Lithuanian Ambassador to Belarus Jonas Paslauskas told Belapan on 10 March that his country could play a special role in the development of relations between the European Union and Belarus, the agency reported. Paslauskas said Lithuania hopes to become an active member of the EU and will advocate closer relations with neighboring states, including Belarus. He said Lithuania and Belarus should consider joint cooperation projects in the European context. He added that such projects could relate to environmental protection, combating illegal migration, or the development of the border-protection infrastructure.

Rolandas Paksas asked parliament on 13 March to approve participation in the EU-led international peacekeeping mission in Macedonia, BNS reported. The proposal came in response to the invitation Lithuania received from the European Union on 12 February to take part in the first mission the EU will be taking over from NATO in late March. Defense Ministry Secretary Povilas Malakauskas said if parliamentary approval is granted, Lithuania will probably send a staff officer and a specialist in logistics to Macedonia. The Defense Ministry would provide 34,000 litas ($11,000) to fund the mission from April to October.
* President Paksas telephoned Russian President Vladimir Putin in the evening of 4 March to fulfill his earlier promise to inform him about his trip to Afghanistan, BNS reported the next day. They also talked about bilateral relations and the EU-Russian summit meeting scheduled for 29 May in St. Petersburg.
* Shortly after returning from visiting troops serving in Afghanistan, President Paksas sent a letter to U.S. President Bush on 4 March in which he pledged support for the coalition to fight international terrorism, ELTA reported. He wrote that the trip to Afghanistan convinced him that "the international community can eradicate this evil only through joint action."
* Deputy Foreign Minister Justas Vincas Paleckis attended the conference on "European Union Enlargement and Assistance Policy after Admission of New Members" in Copenhagen on 12 and 13 March, BNS reported. He also held talks with Denmark's Secretary of State Friis Arne Petersen and Nordic Council of Ministers Secretary-General Per Unckel on bilateral Lithuanian-Danish ties, regional cooperation, and transit via Lithuania between Russia and the Kaliningrad Oblast.
* The parliament decided to establish a parliamentary assembly with Ukraine on 5 March. BNS reported. The assembly, which will have 15 deputies from the Lithuanian parliament determined on a proportional basis from the various factions, should discuss issues and projects of mutual interest and will be able to put forward proposals and offer recommendations. The parliament already has similar assemblies with Poland, and a three-party grouping with Estonia and Latvia called the Baltic Assembly.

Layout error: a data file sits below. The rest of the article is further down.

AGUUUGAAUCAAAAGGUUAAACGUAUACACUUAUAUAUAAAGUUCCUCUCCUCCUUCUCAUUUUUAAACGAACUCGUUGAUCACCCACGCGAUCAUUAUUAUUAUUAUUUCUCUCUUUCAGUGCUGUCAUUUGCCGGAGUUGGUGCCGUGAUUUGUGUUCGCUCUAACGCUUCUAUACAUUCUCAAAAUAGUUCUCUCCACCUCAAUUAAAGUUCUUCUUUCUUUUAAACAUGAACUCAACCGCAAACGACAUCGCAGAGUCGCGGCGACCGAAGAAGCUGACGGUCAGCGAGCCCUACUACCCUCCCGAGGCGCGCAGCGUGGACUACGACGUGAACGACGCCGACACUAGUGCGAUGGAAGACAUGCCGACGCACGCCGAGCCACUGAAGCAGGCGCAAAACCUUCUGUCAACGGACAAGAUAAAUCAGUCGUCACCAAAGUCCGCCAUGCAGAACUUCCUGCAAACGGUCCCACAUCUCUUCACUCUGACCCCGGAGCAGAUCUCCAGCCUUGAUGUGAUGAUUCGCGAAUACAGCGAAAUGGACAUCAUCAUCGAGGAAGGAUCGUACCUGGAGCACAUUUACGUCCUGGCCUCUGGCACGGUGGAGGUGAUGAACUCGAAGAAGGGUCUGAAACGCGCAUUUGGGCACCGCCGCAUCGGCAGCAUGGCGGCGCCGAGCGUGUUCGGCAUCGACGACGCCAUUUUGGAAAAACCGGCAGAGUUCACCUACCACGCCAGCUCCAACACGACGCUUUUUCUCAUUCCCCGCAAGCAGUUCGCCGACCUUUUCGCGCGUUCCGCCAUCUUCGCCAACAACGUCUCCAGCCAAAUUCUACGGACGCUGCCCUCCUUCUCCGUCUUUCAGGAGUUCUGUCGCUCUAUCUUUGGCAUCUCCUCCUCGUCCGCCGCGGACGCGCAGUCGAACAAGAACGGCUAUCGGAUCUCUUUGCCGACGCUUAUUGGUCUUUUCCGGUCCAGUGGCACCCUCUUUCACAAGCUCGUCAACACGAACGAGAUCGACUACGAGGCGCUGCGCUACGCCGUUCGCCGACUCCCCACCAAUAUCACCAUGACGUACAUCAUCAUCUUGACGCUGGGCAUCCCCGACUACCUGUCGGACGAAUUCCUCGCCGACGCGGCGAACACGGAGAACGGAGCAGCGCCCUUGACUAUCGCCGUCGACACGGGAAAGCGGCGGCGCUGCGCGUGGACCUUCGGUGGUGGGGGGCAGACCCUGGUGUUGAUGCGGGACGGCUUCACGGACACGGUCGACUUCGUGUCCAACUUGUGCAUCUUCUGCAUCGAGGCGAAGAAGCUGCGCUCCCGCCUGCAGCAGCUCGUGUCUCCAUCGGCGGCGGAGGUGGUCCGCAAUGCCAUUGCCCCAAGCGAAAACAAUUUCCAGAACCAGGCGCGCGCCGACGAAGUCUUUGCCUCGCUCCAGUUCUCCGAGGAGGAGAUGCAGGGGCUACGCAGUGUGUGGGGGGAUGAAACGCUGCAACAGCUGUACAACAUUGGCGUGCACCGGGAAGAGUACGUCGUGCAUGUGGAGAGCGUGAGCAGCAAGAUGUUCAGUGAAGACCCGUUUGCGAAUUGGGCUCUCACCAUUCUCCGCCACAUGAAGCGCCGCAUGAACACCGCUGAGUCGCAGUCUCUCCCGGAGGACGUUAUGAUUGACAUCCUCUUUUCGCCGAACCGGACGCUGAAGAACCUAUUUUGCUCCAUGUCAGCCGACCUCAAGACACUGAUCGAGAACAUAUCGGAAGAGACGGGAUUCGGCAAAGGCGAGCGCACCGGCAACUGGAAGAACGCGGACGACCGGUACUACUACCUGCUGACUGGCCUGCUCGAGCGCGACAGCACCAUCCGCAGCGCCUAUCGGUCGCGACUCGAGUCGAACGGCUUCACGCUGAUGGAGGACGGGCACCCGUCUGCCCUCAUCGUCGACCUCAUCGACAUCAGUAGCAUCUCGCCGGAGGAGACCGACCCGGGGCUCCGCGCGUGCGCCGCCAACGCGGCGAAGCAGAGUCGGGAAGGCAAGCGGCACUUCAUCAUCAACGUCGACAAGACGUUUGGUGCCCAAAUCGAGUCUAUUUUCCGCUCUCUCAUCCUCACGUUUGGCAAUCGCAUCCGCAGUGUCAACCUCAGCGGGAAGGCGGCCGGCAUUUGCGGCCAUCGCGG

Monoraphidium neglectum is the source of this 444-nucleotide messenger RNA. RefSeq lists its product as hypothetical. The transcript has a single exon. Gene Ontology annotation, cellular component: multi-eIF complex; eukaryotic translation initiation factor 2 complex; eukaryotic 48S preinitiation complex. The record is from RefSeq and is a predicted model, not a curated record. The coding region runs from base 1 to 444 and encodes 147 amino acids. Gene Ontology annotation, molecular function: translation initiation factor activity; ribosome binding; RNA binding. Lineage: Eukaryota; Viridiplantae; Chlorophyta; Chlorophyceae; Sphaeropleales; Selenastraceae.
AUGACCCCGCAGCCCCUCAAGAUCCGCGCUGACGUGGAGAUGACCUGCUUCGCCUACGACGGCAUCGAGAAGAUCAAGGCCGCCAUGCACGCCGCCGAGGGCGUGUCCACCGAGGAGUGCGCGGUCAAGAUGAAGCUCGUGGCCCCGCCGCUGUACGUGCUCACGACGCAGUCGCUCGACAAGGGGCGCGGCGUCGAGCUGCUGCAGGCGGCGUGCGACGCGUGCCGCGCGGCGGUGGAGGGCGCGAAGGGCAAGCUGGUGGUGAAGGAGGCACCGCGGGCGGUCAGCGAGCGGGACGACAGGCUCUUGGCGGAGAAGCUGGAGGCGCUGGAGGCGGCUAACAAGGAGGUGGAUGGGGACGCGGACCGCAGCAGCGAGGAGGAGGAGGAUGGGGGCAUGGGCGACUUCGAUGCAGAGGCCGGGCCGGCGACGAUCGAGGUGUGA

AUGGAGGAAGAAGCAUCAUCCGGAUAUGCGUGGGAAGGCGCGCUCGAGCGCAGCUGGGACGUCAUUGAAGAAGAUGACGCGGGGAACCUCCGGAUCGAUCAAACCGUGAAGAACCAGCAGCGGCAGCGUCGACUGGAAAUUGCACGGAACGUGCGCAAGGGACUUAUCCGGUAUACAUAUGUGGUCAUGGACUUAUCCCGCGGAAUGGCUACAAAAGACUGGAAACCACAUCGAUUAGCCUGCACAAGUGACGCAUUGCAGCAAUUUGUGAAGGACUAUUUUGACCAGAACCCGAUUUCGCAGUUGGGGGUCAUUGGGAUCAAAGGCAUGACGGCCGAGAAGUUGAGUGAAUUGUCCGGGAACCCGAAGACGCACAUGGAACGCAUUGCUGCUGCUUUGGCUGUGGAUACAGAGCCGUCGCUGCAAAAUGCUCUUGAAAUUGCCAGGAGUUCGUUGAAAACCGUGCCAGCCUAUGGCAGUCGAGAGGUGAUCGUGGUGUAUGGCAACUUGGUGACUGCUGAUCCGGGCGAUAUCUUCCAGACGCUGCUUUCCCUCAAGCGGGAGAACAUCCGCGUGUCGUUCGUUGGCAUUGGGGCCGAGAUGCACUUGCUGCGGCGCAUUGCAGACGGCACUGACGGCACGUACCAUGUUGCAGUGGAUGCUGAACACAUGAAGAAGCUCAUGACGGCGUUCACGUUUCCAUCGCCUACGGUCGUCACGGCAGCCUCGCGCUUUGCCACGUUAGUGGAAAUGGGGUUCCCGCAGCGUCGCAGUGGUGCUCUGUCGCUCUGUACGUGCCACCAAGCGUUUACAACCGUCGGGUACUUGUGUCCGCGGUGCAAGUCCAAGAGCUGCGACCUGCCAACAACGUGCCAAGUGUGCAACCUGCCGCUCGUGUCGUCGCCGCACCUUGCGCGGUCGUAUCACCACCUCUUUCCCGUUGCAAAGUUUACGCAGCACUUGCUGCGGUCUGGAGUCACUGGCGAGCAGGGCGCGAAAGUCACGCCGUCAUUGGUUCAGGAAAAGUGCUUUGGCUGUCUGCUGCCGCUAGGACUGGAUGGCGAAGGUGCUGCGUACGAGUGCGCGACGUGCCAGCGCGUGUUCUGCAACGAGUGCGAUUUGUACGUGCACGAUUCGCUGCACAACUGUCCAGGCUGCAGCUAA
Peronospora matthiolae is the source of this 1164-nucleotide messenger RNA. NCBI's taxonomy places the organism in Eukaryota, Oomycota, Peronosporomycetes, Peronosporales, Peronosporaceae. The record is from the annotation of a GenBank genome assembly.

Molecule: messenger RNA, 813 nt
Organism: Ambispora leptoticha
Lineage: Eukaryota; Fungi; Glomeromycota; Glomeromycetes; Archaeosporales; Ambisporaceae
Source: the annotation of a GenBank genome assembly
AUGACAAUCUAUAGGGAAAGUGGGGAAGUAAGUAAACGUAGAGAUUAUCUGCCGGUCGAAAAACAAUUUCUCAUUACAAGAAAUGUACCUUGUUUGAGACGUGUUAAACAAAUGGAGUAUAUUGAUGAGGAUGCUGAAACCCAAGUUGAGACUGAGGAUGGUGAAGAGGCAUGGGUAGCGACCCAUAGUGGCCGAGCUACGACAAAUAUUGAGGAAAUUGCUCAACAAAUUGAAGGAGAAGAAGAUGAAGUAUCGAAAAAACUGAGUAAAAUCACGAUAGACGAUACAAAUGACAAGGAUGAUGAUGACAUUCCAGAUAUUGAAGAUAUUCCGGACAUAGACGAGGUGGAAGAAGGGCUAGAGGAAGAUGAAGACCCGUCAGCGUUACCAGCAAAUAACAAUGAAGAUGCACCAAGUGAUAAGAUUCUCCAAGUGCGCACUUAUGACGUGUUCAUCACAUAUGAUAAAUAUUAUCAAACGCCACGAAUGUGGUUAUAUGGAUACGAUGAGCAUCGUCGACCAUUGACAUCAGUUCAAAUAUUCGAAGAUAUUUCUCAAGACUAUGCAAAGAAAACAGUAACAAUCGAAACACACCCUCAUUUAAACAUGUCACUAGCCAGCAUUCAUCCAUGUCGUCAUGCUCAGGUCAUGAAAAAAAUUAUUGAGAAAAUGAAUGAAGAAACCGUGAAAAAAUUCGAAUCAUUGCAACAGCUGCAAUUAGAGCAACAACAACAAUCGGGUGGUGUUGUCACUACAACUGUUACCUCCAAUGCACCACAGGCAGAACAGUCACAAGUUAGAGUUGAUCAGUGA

* The cabinet approved on 5 March the opening of consulates in Georgia's capital Tbilisi and the border city of Sovetsk in the Kaliningrad Oblast, ELTA reported. The consulate in Sovetsk will begin operations on 31 March and that in Tbilisi on 1 August. The government also decided to close the consulate in Daugavpils, Latvia.
* U.S. President Bush presented the candidacy of Stephen Mull to the U.S. Senate for the post of ambassador to Lithuania, BNS reported on 6 March. Mull, who is currently deputy chief of the U.S. Embassy in Indonesia, has served earlier in the State Department as the director of Southern European affairs. If approved by the Senate, he would replace John Tefft as ambassador late this summer.
* Director of state-run Lithuanian Radio and TV (LRT) Valentinas Milaknis resigned from his post on 4 March charging excessive political pressure, ELTA reported. In an open letter to the parliament and the public, he explained that his 22 months in heading LRT had been made more difficult by the constant pressure of politicians, especially parliament Education, Science, and Culture Committee Chairman Rolandas Pavilionis. The LRT council accepted his resignation and appointed Lithuanian Radio Director Kestutis Petrauskis as LRT acting director.
* By a vote of 57 to three with 25 abstentions the parliament approved a new copyright law on 5 March, ELTA and BNS reported. The new law which was drafted by the Culture Ministry has been harmonized with the EU standards. Its most noticeable feature will be the imposition of a small tax on all blank audio or videotapes and compact disks which will be used to give remuneration to holders of the copyright of artistic works.
* The Chief Election Commission announced on 6 March that special parliamentary elections will be held in four districts on 15 June, ELTA reported. The elections are necessary because President Paksas and his advisers, Alvydas Medalinskas and Dalia Kutraite-Giedraitiene, gave up their parliament seats in Vilnius. Conservative Vitas Matuzas also decided to serve in the Panevezys City Council with the hope that he will be elected the city's mayor.
* The State Food and Veterinary Service imposed a ban on the import of fowl, poultry, and eggs from the Netherlands from 3 March because the European Commission reported an outbreak of fowl flu in the country, BNS reported the next day. On 14 March the ban was also applied to poultry imports from Belgium after a flu case was discovered in a Belgian farm a kilometer away from the Dutch border.
* The Lithuanian Forum on the Future of the European Union, an organization of NGOs, trade unions, and public organizations founded in February 2002, held its annual conference in Vilnius on 1 March, BNS reported. Former President Adamkus, parliament Chairman Arturas Paulauskas, Foreign Minister Valionis, and European Committee Director General Petras Austrevicius spoke at the conference, which approved a declaration urging the people to vote "yes" in the referendum on EU membership on 10 and 11 May.
* The cabinet decided on 5 March to accept the recommendation of the economy minister to revise the privatization program for selling a 34 percent stake in Lithuanian Gas by giving Russia's Gazprom an extension until 11 April to present its final offer for the shares, ELTA reported. Gazprom has offered 80 million litas ($25 million) while Lithuania wants to get at least 116 million litas.
* The Bank of Lithuania announced on 14 March that the country had a 232 million-litas ($72.5 million) current account surplus in January, ELTA reported. The surplus was primarily due to a much smaller foreign trade deficit because compared to January 2002 exports grew by 38 percent and imports by only 5.5 percent.
* The Statistics Department announced on 10 March that in February the consumer price index decreased by 0.3 percent compared to January and by 2.0 percent compared to February 2002, ELTA reported. In February the costs of goods fell by 0.4 percent while those of services rose by 0.2 percent.
* The Labor Office announced on 6 March that at the beginning of the month there were 196,400 officially registered unemployed people in the country or an unemployment rate of 12.1 percent, BNS reported. This is a 13.2 percent decline from the same period in 2002.